Histone methyltransferases direct different degrees of methylation to define distinct chromatin domains

Mol Cell. 2003 Dec;12(6):1591-8. doi: 10.1016/s1097-2765(03)00479-9.


The functional significance of mono-, di-, and trimethylation of lysine residues within histone proteins remains unclear. Antibodies developed to selectively recognize each of these methylated states at histone H3 lysine 9 (H3 Lys9) demonstrated that mono- and dimethylation localized specifically to silent domains within euchromatin. In contrast, trimethylated H3 Lys9 was enriched at pericentric heterochromatin. Enzymes known to methylate H3 Lys9 displayed remarkably different enzymatic properties in vivo. G9a was responsible for all detectable H3 Lys9 dimethylation and a significant amount of monomethylation within silent euchromatin. In contrast, Suv39h1 and Suv39h2 directed H3 Lys9 trimethylation specifically at pericentric heterochromatin. Thus, different methylated states of H3 Lys9 are directed by specific histone methyltransferases to "mark" distinct domains of silent chromatin.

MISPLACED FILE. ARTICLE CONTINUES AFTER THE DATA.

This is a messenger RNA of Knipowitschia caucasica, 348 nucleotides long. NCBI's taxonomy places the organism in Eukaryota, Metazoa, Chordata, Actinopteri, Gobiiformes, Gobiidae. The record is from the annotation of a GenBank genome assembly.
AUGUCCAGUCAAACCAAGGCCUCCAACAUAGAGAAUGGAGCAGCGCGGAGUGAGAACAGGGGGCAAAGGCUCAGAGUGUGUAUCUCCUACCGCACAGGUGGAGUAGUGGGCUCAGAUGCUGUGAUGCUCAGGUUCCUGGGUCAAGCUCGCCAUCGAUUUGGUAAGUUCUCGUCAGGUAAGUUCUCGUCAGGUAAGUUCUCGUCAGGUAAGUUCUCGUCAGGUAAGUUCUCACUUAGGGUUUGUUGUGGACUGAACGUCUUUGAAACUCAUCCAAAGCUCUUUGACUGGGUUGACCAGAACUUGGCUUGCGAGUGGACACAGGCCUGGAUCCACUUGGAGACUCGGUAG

Publication types

  • Research Support, U.S. Gov't, P.H.S.

MeSH terms

  • Animals
  • Cells, Cultured
  • Chromatin / metabolism*
  • Fibroblasts / cytology
  • Fibroblasts / metabolism
  • Histone Methyltransferases
  • Histone-Lysine N-Methyltransferase / metabolism*
  • Histones / metabolism*
  • Humans
  • Lysine / metabolism*
  • Methylation
  • Methyltransferases / metabolism
  • Mice
  • Protein Methyltransferases
  • Repressor Proteins / metabolism
  • Transcription, Genetic


  • Chromatin
  • Histones
  • Repressor Proteins
  • SUV39H1 protein, human
  • Suv39h1 protein, mouse
  • Histone Methyltransferases
  • Methyltransferases
  • Protein Methyltransferases
  • Histone-Lysine N-Methyltransferase
  • Lysine